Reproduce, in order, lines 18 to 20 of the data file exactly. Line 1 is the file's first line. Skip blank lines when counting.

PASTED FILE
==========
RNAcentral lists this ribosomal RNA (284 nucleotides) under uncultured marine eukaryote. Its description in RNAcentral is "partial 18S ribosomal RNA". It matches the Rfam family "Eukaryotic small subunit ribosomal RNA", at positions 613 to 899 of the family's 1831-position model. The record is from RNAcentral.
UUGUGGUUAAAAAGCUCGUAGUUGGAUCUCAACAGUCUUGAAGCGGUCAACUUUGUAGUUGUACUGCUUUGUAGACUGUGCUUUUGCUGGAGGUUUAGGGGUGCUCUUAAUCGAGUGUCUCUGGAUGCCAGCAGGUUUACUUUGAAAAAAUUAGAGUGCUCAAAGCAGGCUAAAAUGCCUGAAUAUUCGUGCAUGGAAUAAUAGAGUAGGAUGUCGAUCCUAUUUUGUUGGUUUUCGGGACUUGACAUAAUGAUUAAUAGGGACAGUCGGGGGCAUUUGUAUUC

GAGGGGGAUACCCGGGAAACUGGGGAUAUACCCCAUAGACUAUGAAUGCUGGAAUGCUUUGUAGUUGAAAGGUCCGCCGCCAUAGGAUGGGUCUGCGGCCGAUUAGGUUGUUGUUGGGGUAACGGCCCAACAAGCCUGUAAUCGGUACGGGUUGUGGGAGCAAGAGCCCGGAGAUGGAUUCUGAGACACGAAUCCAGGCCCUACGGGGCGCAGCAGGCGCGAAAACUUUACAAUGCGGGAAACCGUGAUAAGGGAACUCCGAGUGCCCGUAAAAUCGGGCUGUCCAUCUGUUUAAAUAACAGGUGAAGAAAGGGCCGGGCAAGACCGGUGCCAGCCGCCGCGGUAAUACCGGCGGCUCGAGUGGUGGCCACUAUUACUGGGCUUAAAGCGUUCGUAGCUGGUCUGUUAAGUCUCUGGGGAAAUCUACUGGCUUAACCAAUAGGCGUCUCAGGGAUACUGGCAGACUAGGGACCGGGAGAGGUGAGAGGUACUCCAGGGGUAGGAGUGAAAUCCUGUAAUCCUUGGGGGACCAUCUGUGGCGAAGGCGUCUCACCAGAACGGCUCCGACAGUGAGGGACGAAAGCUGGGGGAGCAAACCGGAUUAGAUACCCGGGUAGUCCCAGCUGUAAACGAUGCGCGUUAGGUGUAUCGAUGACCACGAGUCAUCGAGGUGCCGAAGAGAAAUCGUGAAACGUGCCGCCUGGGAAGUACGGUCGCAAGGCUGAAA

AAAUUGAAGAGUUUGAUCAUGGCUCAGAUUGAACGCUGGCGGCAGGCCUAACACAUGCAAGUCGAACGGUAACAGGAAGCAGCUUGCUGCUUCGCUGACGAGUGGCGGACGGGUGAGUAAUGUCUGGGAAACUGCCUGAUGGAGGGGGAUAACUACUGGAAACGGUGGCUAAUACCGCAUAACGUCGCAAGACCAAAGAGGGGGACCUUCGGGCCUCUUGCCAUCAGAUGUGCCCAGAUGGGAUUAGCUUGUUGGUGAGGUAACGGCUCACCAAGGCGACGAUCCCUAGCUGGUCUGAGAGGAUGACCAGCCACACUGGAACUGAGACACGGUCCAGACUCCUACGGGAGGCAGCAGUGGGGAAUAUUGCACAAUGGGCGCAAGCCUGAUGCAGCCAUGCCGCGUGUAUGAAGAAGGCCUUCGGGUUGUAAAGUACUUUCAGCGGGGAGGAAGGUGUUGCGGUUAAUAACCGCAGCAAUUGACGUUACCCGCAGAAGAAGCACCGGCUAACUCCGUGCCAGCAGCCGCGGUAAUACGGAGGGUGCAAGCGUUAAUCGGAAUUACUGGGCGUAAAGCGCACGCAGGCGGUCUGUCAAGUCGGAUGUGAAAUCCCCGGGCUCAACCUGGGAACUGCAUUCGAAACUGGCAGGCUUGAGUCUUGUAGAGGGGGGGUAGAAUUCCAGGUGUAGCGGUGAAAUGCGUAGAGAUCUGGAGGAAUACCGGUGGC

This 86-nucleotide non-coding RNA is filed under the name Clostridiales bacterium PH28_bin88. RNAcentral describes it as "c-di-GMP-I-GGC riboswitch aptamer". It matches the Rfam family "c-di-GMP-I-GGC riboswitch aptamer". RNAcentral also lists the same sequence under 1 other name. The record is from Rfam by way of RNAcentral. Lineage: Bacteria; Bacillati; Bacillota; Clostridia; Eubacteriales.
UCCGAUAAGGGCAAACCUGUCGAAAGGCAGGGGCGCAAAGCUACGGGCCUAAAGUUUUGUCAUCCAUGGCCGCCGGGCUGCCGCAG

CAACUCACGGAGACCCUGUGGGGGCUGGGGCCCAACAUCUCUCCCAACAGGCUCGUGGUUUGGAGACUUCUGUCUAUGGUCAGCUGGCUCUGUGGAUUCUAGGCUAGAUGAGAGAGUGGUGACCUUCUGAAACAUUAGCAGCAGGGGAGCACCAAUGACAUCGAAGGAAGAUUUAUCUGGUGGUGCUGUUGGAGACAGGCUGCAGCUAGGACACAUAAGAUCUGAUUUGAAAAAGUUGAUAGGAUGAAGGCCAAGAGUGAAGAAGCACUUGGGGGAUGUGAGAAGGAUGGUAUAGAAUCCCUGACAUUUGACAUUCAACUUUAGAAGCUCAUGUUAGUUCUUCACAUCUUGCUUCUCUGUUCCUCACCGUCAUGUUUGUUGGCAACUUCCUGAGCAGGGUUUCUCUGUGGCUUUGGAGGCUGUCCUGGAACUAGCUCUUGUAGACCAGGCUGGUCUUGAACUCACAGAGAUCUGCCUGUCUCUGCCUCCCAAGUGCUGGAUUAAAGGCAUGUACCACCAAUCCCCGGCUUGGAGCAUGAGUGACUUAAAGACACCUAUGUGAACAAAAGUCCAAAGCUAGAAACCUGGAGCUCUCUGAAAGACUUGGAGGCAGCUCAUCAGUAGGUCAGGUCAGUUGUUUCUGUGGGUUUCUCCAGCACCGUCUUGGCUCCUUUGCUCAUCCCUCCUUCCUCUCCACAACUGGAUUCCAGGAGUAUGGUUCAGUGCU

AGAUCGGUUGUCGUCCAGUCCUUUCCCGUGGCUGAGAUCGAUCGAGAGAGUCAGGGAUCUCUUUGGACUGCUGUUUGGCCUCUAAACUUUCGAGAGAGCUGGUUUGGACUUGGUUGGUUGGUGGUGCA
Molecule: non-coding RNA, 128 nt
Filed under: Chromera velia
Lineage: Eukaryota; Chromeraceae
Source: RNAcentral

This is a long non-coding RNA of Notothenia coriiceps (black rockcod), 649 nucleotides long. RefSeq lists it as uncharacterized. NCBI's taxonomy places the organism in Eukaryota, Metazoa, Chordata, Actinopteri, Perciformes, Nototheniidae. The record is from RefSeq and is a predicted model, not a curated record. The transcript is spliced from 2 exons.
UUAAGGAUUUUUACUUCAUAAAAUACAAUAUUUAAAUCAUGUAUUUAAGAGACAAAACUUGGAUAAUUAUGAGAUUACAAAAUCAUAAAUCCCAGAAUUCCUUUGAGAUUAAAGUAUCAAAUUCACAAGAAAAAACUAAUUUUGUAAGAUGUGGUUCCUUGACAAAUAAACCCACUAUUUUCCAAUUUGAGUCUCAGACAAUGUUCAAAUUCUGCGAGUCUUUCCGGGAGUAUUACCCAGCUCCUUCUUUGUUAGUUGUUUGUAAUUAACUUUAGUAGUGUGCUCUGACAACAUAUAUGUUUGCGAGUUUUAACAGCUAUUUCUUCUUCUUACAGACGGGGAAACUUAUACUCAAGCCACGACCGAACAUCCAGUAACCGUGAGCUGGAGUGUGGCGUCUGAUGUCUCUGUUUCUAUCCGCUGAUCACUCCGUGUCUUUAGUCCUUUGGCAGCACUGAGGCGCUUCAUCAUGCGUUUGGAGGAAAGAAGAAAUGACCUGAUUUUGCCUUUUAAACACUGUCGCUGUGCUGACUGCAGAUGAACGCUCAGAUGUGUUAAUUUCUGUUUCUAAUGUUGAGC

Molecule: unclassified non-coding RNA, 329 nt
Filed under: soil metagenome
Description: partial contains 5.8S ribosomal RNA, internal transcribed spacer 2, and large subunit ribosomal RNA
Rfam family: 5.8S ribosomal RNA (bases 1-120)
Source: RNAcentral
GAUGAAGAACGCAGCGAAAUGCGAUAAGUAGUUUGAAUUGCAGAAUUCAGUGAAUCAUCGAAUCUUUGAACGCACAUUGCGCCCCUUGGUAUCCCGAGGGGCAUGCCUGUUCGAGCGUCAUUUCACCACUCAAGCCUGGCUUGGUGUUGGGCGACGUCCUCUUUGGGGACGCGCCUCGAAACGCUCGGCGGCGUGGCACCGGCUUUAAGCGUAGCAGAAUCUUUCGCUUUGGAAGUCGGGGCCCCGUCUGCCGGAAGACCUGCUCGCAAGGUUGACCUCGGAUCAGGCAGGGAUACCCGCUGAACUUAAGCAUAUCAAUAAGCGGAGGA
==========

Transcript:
Rfam family: 5.8S ribosomal RNA (bases 1-120)
Source: RNAcentral
GAUGAAGAACGCAGCGAAAUGCGAUAAGUAGUUUGAAUUGCAGAAUUCAGUGAAUCAUCGAAUCUUUGAACGCACAUUGCGCCCCUUGGUAUCCCGAGGGGCAUGCCUGUUCGAGCGUCAUUUCACCACUCAAGCCUGGCUUGGUGUUGGGCGACGUCCUCUUUGGGGACGCGCCUCGAAACGCUCGGCGGCGUGGCACCGGCUUUAAGCGUAGCAGAAUCUUUCGCUUUGGAAGUCGGGGCCCCGUCUGCCGGAAGACCUGCUCGCAAGGUUGACCUCGGAUCAGGCAGGGAUACCCGCUGAACUUAAGCAUAUCAAUAAGCGGAGGA